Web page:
Whittingham family plaque unveiling

Crest Presentation at the Steam Packet

Medway Queen Visitors Centre Vernon Stratford

Starboard paddle box – Richard Halton

Medway Queen 2 by Harley Crossley

The paddle steamer, Medway Queen, was built in 1924 for the New Medway Steam Packet Co. Ltd. She worked on the Thames estuary between the Medway towns and Southend-on-Sea with occasional forays elsewhere. In 1937 and 1953 she attended the Coronation Reviews at Spithead and during WWII she was used by the Royal Navy as a minesweeper. Her principal claim to fame is the Dunkirk evacuation of 1940 when Medway Queen and her crew made seven return trips and brought back 7000 British and French troops. After the war the ship returned to her old route and worked there until maintenance costs and falling revenues forced withdrawal in 1963.

In 1966 she opened as a nightclub and restaurant on the Isle of Wight. The business proved successful and in 1970 she was joined by another vessel; PS Ryde from the Portsmouth-Ryde ferry service, renamed “Ryde Queen”. Initially the two ships worked together but by the mid seventies Medway Queen had fallen out of use and sunk. She found her way back to Kent in 1984 and in the following year the Medway Queen Preservation Society formed to save her. There followed a period of physical struggle against corrosion and administrative struggle to raise funds for a restoration to working order.

Hull Rebuild
We can consider the restoration in two phases. The Heritage Lottery Fund gave a grant of £1.86M for phase one, the hull rebuild. This began in Bristol in 2009 where the Albion Dockyard has built a riveted hull to 1924 drawings using traditional methods and incorporating as much as possible of the original material. This material including major components including the engine was moved to Bristol by road as needed. The Medway Queen Preservation Society and the dockyard have worked closely together and in many cases cooperated on the refurbishment or replacement of parts. The build has been monitored on webcams linked to the MQPS web site (www.medwayqueen.co.uk) and those who have followed the story have seen amazing progress on the ship’s hull recently. Fitting the paddle boxes in late 2011 made a huge difference – the ship became a “paddler” again. The hull plating and promenade deck structure were complete on the forward part of the ship in January. The restored original deck planking has been shipped by road from Gillingham to Bristol to be installed on the ship and sealed to form a watertight structure. The rebuilt condenser, replacement deck stanchions and Medway Queen’s distinctive windows have all been taken to Bristol. For the engine, the controls have been refitted, the pipe work has been shot blasted and loose fitted for further work in Gillingham. The paddle wheels are complete and await installation on the ship.

Fitting Out
The society’s base is now on Gillingham Pier where a visitor centre and workshop have been established. The Visitor Centre now proudly sports an original New Medway Steam Packet Company crest. The iron plaque from the old company’s Rochester office building has been generously donated to the society by the “Steam Packet” pub in nearby Strood. Pub manageress Fliss Kissak and landlord Geoff McMeekin presented the plaque to John Kempton (Chairman MQPS) and the project team back in January. The plaque has been repainted and now takes pride of place on the outside wall of the visitor centre. The centre also contains another plaque commemorating the generous support that the Whittingham family have given our society over the years. Members of the Whittingham family were present to witness society Vice President, Noreen Chambers, unveiling their plaque at a Member’s Day last year. The Visitor Centre is on Gillingham Pier (Pier Approach Road, Gillingham, Kent. ME7 1RX). It is open every Saturday from 11am to 4pm and contains displays telling the Medway Queen’s story, which will complement the ship when she is moved back to Kent later this year. If you are travelling any great distance to make your visit we do strongly suggest that you ring 01634 575717 beforehand to confirm opening times. It is planned to take part in the “Heritage Open Days” programme from 6-9th September when, if possible, the workshops will be opened to visitors. Put the date in your diary now and keep an eye on http://www.medwayqueen.co.uk.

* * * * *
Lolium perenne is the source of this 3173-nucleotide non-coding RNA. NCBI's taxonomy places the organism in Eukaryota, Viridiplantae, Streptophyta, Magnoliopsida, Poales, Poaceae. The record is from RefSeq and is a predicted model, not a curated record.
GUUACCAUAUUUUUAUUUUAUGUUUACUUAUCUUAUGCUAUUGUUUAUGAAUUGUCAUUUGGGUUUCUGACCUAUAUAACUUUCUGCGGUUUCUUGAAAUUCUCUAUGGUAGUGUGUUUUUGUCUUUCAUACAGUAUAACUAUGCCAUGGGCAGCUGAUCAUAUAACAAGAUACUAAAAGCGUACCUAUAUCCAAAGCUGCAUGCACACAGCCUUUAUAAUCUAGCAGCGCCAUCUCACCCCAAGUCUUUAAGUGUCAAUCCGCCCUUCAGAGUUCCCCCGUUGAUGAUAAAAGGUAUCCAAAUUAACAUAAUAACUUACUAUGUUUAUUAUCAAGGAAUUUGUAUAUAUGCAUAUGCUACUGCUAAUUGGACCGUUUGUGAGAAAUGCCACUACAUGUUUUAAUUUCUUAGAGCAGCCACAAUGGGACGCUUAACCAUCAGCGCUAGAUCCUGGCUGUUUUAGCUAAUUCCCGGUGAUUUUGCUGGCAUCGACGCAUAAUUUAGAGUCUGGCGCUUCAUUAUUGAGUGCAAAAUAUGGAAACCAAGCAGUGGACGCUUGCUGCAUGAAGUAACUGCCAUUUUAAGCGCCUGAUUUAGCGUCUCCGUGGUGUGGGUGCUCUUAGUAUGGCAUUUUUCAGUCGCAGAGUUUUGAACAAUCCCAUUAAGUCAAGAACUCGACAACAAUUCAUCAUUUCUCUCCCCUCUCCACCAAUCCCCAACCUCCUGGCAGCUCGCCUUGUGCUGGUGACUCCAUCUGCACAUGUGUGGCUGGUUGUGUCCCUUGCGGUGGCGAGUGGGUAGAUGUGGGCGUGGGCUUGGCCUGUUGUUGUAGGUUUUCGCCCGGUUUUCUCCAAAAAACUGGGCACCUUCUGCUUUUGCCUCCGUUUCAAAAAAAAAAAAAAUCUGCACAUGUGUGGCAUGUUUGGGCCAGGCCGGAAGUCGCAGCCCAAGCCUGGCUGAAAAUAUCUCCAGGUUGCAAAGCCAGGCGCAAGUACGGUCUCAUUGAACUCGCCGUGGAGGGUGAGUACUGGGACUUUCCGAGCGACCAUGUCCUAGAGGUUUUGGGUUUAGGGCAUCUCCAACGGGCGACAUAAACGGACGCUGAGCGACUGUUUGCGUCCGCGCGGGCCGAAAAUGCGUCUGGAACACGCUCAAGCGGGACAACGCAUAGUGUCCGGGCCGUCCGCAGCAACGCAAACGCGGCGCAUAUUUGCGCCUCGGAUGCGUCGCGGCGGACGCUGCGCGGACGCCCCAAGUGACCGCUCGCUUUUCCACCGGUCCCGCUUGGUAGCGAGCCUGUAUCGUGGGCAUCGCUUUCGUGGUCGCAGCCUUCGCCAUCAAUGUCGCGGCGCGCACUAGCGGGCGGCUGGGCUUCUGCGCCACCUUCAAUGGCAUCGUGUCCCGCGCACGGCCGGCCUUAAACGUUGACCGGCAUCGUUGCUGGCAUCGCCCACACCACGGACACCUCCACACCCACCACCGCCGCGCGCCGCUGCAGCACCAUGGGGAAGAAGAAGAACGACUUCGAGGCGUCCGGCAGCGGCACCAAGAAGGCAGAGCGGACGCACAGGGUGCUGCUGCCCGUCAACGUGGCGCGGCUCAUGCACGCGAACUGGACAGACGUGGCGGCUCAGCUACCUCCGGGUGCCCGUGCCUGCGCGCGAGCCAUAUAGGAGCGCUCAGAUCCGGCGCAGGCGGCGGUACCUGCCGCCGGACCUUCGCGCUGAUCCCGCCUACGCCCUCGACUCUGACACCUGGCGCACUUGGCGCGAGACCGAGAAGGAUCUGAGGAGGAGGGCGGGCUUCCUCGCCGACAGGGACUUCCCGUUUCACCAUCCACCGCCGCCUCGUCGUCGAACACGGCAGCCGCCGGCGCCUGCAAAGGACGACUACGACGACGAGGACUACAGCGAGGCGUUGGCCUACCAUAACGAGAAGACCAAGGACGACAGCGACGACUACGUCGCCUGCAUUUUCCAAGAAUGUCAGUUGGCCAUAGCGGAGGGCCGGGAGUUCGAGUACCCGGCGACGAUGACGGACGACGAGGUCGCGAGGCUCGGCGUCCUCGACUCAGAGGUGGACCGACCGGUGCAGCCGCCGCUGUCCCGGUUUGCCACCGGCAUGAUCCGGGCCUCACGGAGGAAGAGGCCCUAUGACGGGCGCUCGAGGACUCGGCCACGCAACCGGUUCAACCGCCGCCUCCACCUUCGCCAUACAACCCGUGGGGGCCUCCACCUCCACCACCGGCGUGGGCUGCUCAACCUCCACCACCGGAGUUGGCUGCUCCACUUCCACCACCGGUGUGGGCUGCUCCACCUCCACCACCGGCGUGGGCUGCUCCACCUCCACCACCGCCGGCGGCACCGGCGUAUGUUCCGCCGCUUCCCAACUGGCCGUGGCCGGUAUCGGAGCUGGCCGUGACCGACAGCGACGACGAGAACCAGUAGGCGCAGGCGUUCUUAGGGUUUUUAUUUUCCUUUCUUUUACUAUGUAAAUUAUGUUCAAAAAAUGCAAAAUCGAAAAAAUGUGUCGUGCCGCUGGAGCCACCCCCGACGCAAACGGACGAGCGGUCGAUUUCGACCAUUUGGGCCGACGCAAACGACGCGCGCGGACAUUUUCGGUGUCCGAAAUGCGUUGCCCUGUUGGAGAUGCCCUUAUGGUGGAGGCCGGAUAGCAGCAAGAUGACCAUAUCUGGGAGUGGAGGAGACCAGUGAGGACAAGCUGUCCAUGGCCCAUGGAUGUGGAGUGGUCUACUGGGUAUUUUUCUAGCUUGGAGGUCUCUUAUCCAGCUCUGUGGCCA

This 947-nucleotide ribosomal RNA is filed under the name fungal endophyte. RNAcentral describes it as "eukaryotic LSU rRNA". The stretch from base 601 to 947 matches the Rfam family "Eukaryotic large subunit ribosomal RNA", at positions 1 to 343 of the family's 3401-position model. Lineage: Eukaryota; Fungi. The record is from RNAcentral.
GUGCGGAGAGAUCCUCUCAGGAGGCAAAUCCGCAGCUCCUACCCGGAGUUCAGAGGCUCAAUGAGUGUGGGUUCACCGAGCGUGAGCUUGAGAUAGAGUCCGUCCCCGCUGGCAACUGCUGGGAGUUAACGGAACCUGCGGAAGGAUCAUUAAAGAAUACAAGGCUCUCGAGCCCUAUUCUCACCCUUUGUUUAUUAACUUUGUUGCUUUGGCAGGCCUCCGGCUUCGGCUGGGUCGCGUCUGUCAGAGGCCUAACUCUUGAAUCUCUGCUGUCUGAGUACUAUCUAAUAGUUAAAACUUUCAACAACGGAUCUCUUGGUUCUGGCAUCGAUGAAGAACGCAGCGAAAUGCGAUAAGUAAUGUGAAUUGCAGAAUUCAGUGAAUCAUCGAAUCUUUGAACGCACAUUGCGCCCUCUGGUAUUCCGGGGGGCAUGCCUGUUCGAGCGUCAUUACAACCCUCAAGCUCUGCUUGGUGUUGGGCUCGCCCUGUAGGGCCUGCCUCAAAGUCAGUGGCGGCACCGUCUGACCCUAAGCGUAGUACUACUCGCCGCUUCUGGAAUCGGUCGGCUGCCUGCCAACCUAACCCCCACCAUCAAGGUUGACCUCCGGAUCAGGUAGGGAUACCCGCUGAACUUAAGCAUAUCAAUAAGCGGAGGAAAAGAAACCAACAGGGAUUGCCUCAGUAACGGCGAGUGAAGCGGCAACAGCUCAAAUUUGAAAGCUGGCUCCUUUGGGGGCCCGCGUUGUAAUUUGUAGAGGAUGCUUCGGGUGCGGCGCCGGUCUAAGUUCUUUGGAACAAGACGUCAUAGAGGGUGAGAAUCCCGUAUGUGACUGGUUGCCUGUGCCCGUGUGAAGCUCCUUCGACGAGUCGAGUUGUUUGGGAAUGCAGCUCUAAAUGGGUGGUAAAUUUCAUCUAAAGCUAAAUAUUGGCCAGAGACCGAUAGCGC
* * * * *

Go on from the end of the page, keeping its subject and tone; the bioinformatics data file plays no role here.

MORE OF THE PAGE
In the workshops there are 8 craft apprentices from Mid-Kent College with 4 instructors and a project manager. A wealth of experience and expertise is available through these instructors and the support of the GMB Union. Over the years society volunteers have cleaned and restored much of the ship’s machinery and fittings. However, some of this was done 20 years ago so checking and remedial work is needed. Auxiliary machinery, the paddle box fascias, window frames, portholes and a myriad other items are passing through the new workshops, for refurbishment or repair as needed. The Gillingham Pier facility is supported by the EU Regional Development Fund’s “Heroes of the two seas & heroes to see” project. The MQPS is working closely with the New Belgica Association and the Association Tourville who are building replicas of historic vessels. Despite ERDF support, a large sum must be raised elsewhere. Big grants are essential to the restoration but they depend on partnership funding from individual donations and corporate sponsorship. You can find out more about this incredible project at http://www.medwayqueen.co.uk or from the Visitor Centre and Project Office

Copyright Richard Halton, May 2012
The Medway Queen Preservation Society is a UK registered charity (296236)

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